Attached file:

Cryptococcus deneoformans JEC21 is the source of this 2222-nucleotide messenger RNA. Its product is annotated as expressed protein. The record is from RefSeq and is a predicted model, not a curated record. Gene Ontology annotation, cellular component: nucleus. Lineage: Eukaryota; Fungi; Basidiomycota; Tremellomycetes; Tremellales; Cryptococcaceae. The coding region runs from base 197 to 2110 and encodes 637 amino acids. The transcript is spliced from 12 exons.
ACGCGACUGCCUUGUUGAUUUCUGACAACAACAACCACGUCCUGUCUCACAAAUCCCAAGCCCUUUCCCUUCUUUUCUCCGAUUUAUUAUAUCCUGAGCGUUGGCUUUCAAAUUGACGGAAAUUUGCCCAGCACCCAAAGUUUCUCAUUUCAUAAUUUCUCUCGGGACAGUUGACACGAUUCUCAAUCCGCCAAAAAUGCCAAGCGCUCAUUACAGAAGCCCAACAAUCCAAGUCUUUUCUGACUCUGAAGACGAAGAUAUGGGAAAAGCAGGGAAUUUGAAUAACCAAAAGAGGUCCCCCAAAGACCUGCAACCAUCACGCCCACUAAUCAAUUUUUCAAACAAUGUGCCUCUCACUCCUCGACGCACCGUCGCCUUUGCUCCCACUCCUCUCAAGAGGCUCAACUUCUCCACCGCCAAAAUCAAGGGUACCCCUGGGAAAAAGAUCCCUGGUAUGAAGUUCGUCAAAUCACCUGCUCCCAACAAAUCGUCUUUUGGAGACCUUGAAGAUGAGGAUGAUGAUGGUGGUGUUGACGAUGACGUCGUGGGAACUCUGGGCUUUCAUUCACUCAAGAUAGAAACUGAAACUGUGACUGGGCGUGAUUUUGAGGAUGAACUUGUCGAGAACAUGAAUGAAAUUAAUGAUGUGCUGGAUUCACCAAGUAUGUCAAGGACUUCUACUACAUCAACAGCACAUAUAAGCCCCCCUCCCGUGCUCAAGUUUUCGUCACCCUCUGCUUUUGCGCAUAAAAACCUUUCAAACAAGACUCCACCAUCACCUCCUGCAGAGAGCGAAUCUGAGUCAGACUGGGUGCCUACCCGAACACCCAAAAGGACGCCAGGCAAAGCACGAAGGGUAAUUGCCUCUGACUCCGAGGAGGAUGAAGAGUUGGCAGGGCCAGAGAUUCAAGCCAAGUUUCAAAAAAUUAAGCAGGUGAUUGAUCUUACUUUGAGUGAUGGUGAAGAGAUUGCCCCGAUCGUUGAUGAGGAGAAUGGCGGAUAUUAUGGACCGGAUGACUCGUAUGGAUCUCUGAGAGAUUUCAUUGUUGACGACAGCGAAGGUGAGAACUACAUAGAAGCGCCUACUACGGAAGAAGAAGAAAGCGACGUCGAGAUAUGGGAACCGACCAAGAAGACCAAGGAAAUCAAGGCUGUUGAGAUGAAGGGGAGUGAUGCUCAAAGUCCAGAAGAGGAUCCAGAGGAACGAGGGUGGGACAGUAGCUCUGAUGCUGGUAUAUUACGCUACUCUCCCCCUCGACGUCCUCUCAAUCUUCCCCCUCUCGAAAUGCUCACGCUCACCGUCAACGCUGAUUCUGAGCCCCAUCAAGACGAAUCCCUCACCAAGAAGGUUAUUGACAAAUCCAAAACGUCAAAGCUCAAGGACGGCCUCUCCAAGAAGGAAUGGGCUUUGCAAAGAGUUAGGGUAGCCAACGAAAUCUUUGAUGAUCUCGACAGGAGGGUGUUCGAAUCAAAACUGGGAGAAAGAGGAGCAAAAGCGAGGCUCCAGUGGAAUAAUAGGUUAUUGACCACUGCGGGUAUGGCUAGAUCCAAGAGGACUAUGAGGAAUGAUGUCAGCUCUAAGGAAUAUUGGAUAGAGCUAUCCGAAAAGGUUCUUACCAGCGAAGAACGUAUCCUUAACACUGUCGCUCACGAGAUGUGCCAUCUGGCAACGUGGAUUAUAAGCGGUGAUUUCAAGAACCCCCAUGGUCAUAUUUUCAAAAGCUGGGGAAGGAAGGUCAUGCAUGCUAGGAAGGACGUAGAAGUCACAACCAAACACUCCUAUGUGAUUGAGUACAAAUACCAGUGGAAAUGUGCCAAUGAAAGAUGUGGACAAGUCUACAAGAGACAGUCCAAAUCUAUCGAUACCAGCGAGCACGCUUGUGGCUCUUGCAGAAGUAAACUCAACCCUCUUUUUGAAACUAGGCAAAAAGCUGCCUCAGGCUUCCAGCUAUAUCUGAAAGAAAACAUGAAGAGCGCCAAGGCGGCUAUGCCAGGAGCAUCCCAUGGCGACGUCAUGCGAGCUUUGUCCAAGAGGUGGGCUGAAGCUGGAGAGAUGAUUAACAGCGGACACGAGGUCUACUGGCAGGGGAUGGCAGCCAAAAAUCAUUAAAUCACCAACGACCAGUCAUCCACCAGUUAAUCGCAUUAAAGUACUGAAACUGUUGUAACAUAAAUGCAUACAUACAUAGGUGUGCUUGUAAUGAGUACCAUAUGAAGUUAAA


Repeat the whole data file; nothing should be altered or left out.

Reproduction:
Cryptococcus deneoformans JEC21 is the source of this 2222-nucleotide messenger RNA. Its product is annotated as expressed protein. The record is from RefSeq and is a predicted model, not a curated record. Gene Ontology annotation, cellular component: nucleus. Lineage: Eukaryota; Fungi; Basidiomycota; Tremellomycetes; Tremellales; Cryptococcaceae. The coding region runs from base 197 to 2110 and encodes 637 amino acids. The transcript is spliced from 12 exons.
ACGCGACUGCCUUGUUGAUUUCUGACAACAACAACCACGUCCUGUCUCACAAAUCCCAAGCCCUUUCCCUUCUUUUCUCCGAUUUAUUAUAUCCUGAGCGUUGGCUUUCAAAUUGACGGAAAUUUGCCCAGCACCCAAAGUUUCUCAUUUCAUAAUUUCUCUCGGGACAGUUGACACGAUUCUCAAUCCGCCAAAAAUGCCAAGCGCUCAUUACAGAAGCCCAACAAUCCAAGUCUUUUCUGACUCUGAAGACGAAGAUAUGGGAAAAGCAGGGAAUUUGAAUAACCAAAAGAGGUCCCCCAAAGACCUGCAACCAUCACGCCCACUAAUCAAUUUUUCAAACAAUGUGCCUCUCACUCCUCGACGCACCGUCGCCUUUGCUCCCACUCCUCUCAAGAGGCUCAACUUCUCCACCGCCAAAAUCAAGGGUACCCCUGGGAAAAAGAUCCCUGGUAUGAAGUUCGUCAAAUCACCUGCUCCCAACAAAUCGUCUUUUGGAGACCUUGAAGAUGAGGAUGAUGAUGGUGGUGUUGACGAUGACGUCGUGGGAACUCUGGGCUUUCAUUCACUCAAGAUAGAAACUGAAACUGUGACUGGGCGUGAUUUUGAGGAUGAACUUGUCGAGAACAUGAAUGAAAUUAAUGAUGUGCUGGAUUCACCAAGUAUGUCAAGGACUUCUACUACAUCAACAGCACAUAUAAGCCCCCCUCCCGUGCUCAAGUUUUCGUCACCCUCUGCUUUUGCGCAUAAAAACCUUUCAAACAAGACUCCACCAUCACCUCCUGCAGAGAGCGAAUCUGAGUCAGACUGGGUGCCUACCCGAACACCCAAAAGGACGCCAGGCAAAGCACGAAGGGUAAUUGCCUCUGACUCCGAGGAGGAUGAAGAGUUGGCAGGGCCAGAGAUUCAAGCCAAGUUUCAAAAAAUUAAGCAGGUGAUUGAUCUUACUUUGAGUGAUGGUGAAGAGAUUGCCCCGAUCGUUGAUGAGGAGAAUGGCGGAUAUUAUGGACCGGAUGACUCGUAUGGAUCUCUGAGAGAUUUCAUUGUUGACGACAGCGAAGGUGAGAACUACAUAGAAGCGCCUACUACGGAAGAAGAAGAAAGCGACGUCGAGAUAUGGGAACCGACCAAGAAGACCAAGGAAAUCAAGGCUGUUGAGAUGAAGGGGAGUGAUGCUCAAAGUCCAGAAGAGGAUCCAGAGGAACGAGGGUGGGACAGUAGCUCUGAUGCUGGUAUAUUACGCUACUCUCCCCCUCGACGUCCUCUCAAUCUUCCCCCUCUCGAAAUGCUCACGCUCACCGUCAACGCUGAUUCUGAGCCCCAUCAAGACGAAUCCCUCACCAAGAAGGUUAUUGACAAAUCCAAAACGUCAAAGCUCAAGGACGGCCUCUCCAAGAAGGAAUGGGCUUUGCAAAGAGUUAGGGUAGCCAACGAAAUCUUUGAUGAUCUCGACAGGAGGGUGUUCGAAUCAAAACUGGGAGAAAGAGGAGCAAAAGCGAGGCUCCAGUGGAAUAAUAGGUUAUUGACCACUGCGGGUAUGGCUAGAUCCAAGAGGACUAUGAGGAAUGAUGUCAGCUCUAAGGAAUAUUGGAUAGAGCUAUCCGAAAAGGUUCUUACCAGCGAAGAACGUAUCCUUAACACUGUCGCUCACGAGAUGUGCCAUCUGGCAACGUGGAUUAUAAGCGGUGAUUUCAAGAACCCCCAUGGUCAUAUUUUCAAAAGCUGGGGAAGGAAGGUCAUGCAUGCUAGGAAGGACGUAGAAGUCACAACCAAACACUCCUAUGUGAUUGAGUACAAAUACCAGUGGAAAUGUGCCAAUGAAAGAUGUGGACAAGUCUACAAGAGACAGUCCAAAUCUAUCGAUACCAGCGAGCACGCUUGUGGCUCUUGCAGAAGUAAACUCAACCCUCUUUUUGAAACUAGGCAAAAAGCUGCCUCAGGCUUCCAGCUAUAUCUGAAAGAAAACAUGAAGAGCGCCAAGGCGGCUAUGCCAGGAGCAUCCCAUGGCGACGUCAUGCGAGCUUUGUCCAAGAGGUGGGCUGAAGCUGGAGAGAUGAUUAACAGCGGACACGAGGUCUACUGGCAGGGGAUGGCAGCCAAAAAUCAUUAAAUCACCAACGACCAGUCAUCCACCAGUUAAUCGCAUUAAAGUACUGAAACUGUUGUAACAUAAAUGCAUACAUACAUAGGUGUGCUUGUAAUGAGUACCAUAUGAAGUUAAA